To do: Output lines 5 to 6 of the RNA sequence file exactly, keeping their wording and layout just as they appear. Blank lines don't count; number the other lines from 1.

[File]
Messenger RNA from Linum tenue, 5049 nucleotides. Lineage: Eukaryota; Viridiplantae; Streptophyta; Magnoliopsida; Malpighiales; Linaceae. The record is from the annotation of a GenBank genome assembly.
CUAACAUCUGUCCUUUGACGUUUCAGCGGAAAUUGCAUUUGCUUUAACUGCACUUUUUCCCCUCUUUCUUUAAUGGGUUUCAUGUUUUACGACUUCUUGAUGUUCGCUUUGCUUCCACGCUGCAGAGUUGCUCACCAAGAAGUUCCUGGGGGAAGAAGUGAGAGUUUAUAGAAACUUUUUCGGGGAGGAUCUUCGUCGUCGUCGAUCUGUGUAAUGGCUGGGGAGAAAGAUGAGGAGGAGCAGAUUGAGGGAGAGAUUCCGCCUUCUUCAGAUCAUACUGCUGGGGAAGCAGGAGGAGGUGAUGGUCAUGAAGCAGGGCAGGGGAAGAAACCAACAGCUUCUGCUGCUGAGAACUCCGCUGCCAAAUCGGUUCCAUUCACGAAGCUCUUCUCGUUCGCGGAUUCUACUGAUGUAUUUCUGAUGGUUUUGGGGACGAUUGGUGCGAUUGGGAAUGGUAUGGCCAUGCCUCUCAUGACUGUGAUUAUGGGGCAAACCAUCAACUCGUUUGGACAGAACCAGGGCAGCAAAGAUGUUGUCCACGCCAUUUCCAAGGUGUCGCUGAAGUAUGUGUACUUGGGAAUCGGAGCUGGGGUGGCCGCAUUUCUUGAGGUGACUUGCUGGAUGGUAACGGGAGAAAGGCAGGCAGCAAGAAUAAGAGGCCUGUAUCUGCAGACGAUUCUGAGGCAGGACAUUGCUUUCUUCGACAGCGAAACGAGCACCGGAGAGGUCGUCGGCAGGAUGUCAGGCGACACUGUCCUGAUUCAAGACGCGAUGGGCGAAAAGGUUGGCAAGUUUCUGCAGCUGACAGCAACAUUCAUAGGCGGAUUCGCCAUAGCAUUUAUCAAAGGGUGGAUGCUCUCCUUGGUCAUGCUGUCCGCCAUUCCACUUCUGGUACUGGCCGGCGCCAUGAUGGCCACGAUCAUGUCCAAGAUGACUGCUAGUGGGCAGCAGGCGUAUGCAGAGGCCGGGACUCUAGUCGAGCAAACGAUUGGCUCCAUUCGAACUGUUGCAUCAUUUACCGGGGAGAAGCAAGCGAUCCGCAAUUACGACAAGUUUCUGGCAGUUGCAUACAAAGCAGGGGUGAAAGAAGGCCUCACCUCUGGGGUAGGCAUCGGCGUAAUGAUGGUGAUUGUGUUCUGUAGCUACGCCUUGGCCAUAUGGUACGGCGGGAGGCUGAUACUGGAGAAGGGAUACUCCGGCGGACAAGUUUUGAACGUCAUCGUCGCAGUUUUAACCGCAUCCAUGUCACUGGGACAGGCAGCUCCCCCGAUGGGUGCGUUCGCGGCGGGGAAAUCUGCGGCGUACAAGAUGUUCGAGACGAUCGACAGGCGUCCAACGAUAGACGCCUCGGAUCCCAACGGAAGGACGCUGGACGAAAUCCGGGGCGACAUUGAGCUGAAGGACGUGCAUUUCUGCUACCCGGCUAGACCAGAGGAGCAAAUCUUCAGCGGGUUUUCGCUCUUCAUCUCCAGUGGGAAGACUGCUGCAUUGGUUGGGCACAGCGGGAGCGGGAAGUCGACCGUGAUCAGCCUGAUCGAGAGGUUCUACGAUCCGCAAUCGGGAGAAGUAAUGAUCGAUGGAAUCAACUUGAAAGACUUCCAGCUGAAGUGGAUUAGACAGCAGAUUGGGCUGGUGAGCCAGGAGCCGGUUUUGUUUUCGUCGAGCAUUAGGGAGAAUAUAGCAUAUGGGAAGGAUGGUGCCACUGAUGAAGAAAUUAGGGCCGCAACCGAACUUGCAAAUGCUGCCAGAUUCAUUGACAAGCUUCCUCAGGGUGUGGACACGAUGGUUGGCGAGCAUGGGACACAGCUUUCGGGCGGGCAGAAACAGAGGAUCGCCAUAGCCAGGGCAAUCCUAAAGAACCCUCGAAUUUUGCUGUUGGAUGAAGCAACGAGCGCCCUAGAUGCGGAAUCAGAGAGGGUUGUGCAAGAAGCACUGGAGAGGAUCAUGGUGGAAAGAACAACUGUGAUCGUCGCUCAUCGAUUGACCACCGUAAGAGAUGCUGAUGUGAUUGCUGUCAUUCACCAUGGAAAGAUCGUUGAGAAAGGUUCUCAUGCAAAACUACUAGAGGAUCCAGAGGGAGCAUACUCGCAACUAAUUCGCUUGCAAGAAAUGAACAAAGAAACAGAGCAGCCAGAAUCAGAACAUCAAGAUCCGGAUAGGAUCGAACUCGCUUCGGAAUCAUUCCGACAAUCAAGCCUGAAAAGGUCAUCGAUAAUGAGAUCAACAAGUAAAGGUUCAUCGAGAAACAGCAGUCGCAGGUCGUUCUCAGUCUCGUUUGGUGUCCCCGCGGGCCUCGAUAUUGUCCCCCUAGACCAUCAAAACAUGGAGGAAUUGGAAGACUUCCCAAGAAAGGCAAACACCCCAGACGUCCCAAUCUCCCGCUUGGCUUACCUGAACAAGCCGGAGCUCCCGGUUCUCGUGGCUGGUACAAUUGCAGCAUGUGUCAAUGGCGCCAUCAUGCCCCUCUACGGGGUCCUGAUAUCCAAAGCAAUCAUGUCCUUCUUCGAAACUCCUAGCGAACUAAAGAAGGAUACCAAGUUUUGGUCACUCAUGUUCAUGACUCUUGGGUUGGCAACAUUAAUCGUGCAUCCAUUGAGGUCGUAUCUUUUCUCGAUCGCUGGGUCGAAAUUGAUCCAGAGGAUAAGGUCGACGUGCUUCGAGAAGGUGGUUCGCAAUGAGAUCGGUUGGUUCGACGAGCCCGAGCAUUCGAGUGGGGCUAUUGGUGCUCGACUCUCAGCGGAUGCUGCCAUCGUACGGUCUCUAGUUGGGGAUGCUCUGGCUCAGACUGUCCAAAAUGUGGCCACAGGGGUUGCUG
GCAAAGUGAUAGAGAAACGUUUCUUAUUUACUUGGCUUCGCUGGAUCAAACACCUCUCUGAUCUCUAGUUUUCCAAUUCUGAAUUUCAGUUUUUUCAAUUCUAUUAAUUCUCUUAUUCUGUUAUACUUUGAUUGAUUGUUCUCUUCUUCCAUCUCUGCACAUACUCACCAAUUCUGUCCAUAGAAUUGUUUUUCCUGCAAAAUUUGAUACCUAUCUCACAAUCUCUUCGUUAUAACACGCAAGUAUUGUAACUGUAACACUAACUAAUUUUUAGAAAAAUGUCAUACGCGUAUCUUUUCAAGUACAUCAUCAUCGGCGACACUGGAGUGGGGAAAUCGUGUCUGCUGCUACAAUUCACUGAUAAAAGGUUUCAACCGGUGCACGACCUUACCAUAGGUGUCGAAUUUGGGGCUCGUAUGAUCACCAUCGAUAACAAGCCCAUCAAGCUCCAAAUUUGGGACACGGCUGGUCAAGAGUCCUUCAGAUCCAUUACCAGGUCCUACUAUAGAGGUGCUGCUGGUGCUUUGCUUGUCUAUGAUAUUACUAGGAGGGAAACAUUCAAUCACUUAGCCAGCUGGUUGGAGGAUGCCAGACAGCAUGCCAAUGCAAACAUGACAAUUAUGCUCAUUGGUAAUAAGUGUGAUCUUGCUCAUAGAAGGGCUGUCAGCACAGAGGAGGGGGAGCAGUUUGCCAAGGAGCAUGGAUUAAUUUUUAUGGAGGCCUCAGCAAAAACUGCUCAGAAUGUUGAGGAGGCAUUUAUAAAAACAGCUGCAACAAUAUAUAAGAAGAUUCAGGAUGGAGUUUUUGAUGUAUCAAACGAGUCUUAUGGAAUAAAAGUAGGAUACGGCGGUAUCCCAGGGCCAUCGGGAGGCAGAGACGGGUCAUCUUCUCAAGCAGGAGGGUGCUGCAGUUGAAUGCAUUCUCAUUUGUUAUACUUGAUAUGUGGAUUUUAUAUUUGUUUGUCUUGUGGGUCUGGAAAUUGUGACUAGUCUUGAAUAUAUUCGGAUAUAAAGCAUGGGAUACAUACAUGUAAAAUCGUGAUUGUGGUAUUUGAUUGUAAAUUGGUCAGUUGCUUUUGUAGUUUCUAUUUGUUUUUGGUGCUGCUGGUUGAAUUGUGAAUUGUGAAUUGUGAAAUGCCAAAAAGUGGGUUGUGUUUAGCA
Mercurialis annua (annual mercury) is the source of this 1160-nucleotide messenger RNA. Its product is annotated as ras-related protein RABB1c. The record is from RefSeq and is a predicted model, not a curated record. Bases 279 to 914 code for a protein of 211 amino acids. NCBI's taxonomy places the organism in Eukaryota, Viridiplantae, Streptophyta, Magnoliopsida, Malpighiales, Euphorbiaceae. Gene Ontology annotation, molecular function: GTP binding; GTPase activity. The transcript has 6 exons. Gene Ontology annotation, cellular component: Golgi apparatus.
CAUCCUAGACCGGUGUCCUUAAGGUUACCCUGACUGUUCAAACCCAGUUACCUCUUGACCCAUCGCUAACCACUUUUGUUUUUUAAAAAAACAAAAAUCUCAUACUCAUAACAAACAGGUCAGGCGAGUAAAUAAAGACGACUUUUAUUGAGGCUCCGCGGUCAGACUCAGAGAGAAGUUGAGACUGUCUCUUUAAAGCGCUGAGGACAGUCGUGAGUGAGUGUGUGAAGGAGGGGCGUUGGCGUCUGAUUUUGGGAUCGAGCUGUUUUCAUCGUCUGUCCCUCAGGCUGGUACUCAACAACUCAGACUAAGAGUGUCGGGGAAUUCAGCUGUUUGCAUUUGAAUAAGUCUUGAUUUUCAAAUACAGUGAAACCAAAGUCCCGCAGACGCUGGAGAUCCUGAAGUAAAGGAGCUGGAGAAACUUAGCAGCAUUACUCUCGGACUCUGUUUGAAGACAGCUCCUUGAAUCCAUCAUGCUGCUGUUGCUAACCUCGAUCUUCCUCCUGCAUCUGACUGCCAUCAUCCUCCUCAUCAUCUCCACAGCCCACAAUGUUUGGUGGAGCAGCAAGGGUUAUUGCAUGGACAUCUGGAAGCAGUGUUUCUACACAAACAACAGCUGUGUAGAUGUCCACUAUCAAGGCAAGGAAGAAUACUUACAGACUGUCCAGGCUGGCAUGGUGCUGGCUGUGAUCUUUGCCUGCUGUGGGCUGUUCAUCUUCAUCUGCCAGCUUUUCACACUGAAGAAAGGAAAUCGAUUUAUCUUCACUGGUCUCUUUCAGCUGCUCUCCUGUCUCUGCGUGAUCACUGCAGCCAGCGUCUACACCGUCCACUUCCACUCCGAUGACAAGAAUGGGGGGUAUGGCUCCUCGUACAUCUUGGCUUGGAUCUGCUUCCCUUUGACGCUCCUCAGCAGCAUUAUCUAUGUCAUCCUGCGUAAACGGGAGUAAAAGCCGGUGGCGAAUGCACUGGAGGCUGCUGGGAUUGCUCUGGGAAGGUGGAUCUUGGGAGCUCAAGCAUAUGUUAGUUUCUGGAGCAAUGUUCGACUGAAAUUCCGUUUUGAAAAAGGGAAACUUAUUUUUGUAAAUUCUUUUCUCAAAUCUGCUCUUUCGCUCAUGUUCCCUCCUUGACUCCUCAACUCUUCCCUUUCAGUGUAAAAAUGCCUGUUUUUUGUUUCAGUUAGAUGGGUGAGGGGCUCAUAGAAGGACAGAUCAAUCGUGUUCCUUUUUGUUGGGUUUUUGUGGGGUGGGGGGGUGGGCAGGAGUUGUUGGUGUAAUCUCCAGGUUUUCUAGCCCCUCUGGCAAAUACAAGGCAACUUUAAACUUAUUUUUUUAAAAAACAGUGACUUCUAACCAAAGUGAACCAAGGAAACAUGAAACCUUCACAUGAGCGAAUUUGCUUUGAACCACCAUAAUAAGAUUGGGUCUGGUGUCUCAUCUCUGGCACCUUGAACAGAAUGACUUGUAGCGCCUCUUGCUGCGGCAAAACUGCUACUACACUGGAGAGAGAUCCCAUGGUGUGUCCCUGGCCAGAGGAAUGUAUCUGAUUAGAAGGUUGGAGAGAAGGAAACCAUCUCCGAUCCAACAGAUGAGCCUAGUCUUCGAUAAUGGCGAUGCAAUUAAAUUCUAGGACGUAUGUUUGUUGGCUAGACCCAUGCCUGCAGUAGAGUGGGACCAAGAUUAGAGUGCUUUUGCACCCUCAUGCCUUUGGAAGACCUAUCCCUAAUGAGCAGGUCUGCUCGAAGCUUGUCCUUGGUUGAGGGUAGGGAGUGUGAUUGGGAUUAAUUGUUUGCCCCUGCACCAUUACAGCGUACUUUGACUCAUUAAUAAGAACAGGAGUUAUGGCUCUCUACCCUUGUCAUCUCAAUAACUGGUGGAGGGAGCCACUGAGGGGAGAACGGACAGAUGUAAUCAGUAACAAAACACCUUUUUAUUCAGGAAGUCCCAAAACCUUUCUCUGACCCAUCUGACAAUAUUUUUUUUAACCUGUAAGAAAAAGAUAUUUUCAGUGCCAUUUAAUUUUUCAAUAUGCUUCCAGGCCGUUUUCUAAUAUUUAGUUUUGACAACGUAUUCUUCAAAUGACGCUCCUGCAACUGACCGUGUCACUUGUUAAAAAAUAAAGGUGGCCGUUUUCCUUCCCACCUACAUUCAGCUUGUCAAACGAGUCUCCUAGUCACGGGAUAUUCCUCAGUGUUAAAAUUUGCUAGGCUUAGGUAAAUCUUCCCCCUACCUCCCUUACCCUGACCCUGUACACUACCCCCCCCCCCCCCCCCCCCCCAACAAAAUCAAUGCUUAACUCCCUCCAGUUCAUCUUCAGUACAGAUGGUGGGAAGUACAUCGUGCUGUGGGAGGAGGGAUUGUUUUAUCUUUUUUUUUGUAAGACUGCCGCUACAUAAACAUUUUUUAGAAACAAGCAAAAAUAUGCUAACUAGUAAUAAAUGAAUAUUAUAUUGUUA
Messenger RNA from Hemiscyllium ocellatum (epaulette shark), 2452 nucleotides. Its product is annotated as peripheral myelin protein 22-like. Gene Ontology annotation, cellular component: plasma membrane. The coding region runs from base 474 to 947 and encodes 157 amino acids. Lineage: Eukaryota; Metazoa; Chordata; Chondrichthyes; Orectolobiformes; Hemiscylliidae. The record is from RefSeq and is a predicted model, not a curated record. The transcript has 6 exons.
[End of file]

CAUCCUAGACCGGUGUCCUUAAGGUUACCCUGACUGUUCAAACCCAGUUACCUCUUGACCCAUCGCUAACCACUUUUGUUUUUUAAAAAAACAAAAAUCUCAUACUCAUAACAAACAGGUCAGGCGAGUAAAUAAAGACGACUUUUAUUGAGGCUCCGCGGUCAGACUCAGAGAGAAGUUGAGACUGUCUCUUUAAAGCGCUGAGGACAGUCGUGAGUGAGUGUGUGAAGGAGGGGCGUUGGCGUCUGAUUUUGGGAUCGAGCUGUUUUCAUCGUCUGUCCCUCAGGCUGGUACUCAACAACUCAGACUAAGAGUGUCGGGGAAUUCAGCUGUUUGCAUUUGAAUAAGUCUUGAUUUUCAAAUACAGUGAAACCAAAGUCCCGCAGACGCUGGAGAUCCUGAAGUAAAGGAGCUGGAGAAACUUAGCAGCAUUACUCUCGGACUCUGUUUGAAGACAGCUCCUUGAAUCCAUCAUGCUGCUGUUGCUAACCUCGAUCUUCCUCCUGCAUCUGACUGCCAUCAUCCUCCUCAUCAUCUCCACAGCCCACAAUGUUUGGUGGAGCAGCAAGGGUUAUUGCAUGGACAUCUGGAAGCAGUGUUUCUACACAAACAACAGCUGUGUAGAUGUCCACUAUCAAGGCAAGGAAGAAUACUUACAGACUGUCCAGGCUGGCAUGGUGCUGGCUGUGAUCUUUGCCUGCUGUGGGCUGUUCAUCUUCAUCUGCCAGCUUUUCACACUGAAGAAAGGAAAUCGAUUUAUCUUCACUGGUCUCUUUCAGCUGCUCUCCUGUCUCUGCGUGAUCACUGCAGCCAGCGUCUACACCGUCCACUUCCACUCCGAUGACAAGAAUGGGGGGUAUGGCUCCUCGUACAUCUUGGCUUGGAUCUGCUUCCCUUUGACGCUCCUCAGCAGCAUUAUCUAUGUCAUCCUGCGUAAACGGGAGUAAAAGCCGGUGGCGAAUGCACUGGAGGCUGCUGGGAUUGCUCUGGGAAGGUGGAUCUUGGGAGCUCAAGCAUAUGUUAGUUUCUGGAGCAAUGUUCGACUGAAAUUCCGUUUUGAAAAAGGGAAACUUAUUUUUGUAAAUUCUUUUCUCAAAUCUGCUCUUUCGCUCAUGUUCCCUCCUUGACUCCUCAACUCUUCCCUUUCAGUGUAAAAAUGCCUGUUUUUUGUUUCAGUUAGAUGGGUGAGGGGCUCAUAGAAGGACAGAUCAAUCGUGUUCCUUUUUGUUGGGUUUUUGUGGGGUGGGGGGGUGGGCAGGAGUUGUUGGUGUAAUCUCCAGGUUUUCUAGCCCCUCUGGCAAAUACAAGGCAACUUUAAACUUAUUUUUUUAAAAAACAGUGACUUCUAACCAAAGUGAACCAAGGAAACAUGAAACCUUCACAUGAGCGAAUUUGCUUUGAACCACCAUAAUAAGAUUGGGUCUGGUGUCUCAUCUCUGGCACCUUGAACAGAAUGACUUGUAGCGCCUCUUGCUGCGGCAAAACUGCUACUACACUGGAGAGAGAUCCCAUGGUGUGUCCCUGGCCAGAGGAAUGUAUCUGAUUAGAAGGUUGGAGAGAAGGAAACCAUCUCCGAUCCAACAGAUGAGCCUAGUCUUCGAUAAUGGCGAUGCAAUUAAAUUCUAGGACGUAUGUUUGUUGGCUAGACCCAUGCCUGCAGUAGAGUGGGACCAAGAUUAGAGUGCUUUUGCACCCUCAUGCCUUUGGAAGACCUAUCCCUAAUGAGCAGGUCUGCUCGAAGCUUGUCCUUGGUUGAGGGUAGGGAGUGUGAUUGGGAUUAAUUGUUUGCCCCUGCACCAUUACAGCGUACUUUGACUCAUUAAUAAGAACAGGAGUUAUGGCUCUCUACCCUUGUCAUCUCAAUAACUGGUGGAGGGAGCCACUGAGGGGAGAACGGACAGAUGUAAUCAGUAACAAAACACCUUUUUAUUCAGGAAGUCCCAAAACCUUUCUCUGACCCAUCUGACAAUAUUUUUUUUAACCUGUAAGAAAAAGAUAUUUUCAGUGCCAUUUAAUUUUUCAAUAUGCUUCCAGGCCGUUUUCUAAUAUUUAGUUUUGACAACGUAUUCUUCAAAUGACGCUCCUGCAACUGACCGUGUCACUUGUUAAAAAAUAAAGGUGGCCGUUUUCCUUCCCACCUACAUUCAGCUUGUCAAACGAGUCUCCUAGUCACGGGAUAUUCCUCAGUGUUAAAAUUUGCUAGGCUUAGGUAAAUCUUCCCCCUACCUCCCUUACCCUGACCCUGUACACUACCCCCCCCCCCCCCCCCCCCCCAACAAAAUCAAUGCUUAACUCCCUCCAGUUCAUCUUCAGUACAGAUGGUGGGAAGUACAUCGUGCUGUGGGAGGAGGGAUUGUUUUAUCUUUUUUUUUGUAAGACUGCCGCUACAUAAACAUUUUUUAGAAACAAGCAAAAAUAUGCUAACUAGUAAUAAAUGAAUAUUAUAUUGUUA
Messenger RNA from Hemiscyllium ocellatum (epaulette shark), 2452 nucleotides. Its product is annotated as peripheral myelin protein 22-like. Gene Ontology annotation, cellular component: plasma membrane. The coding region runs from base 474 to 947 and encodes 157 amino acids. Lineage: Eukaryota; Metazoa; Chordata; Chondrichthyes; Orectolobiformes; Hemiscylliidae. The record is from RefSeq and is a predicted model, not a curated record. The transcript has 6 exons.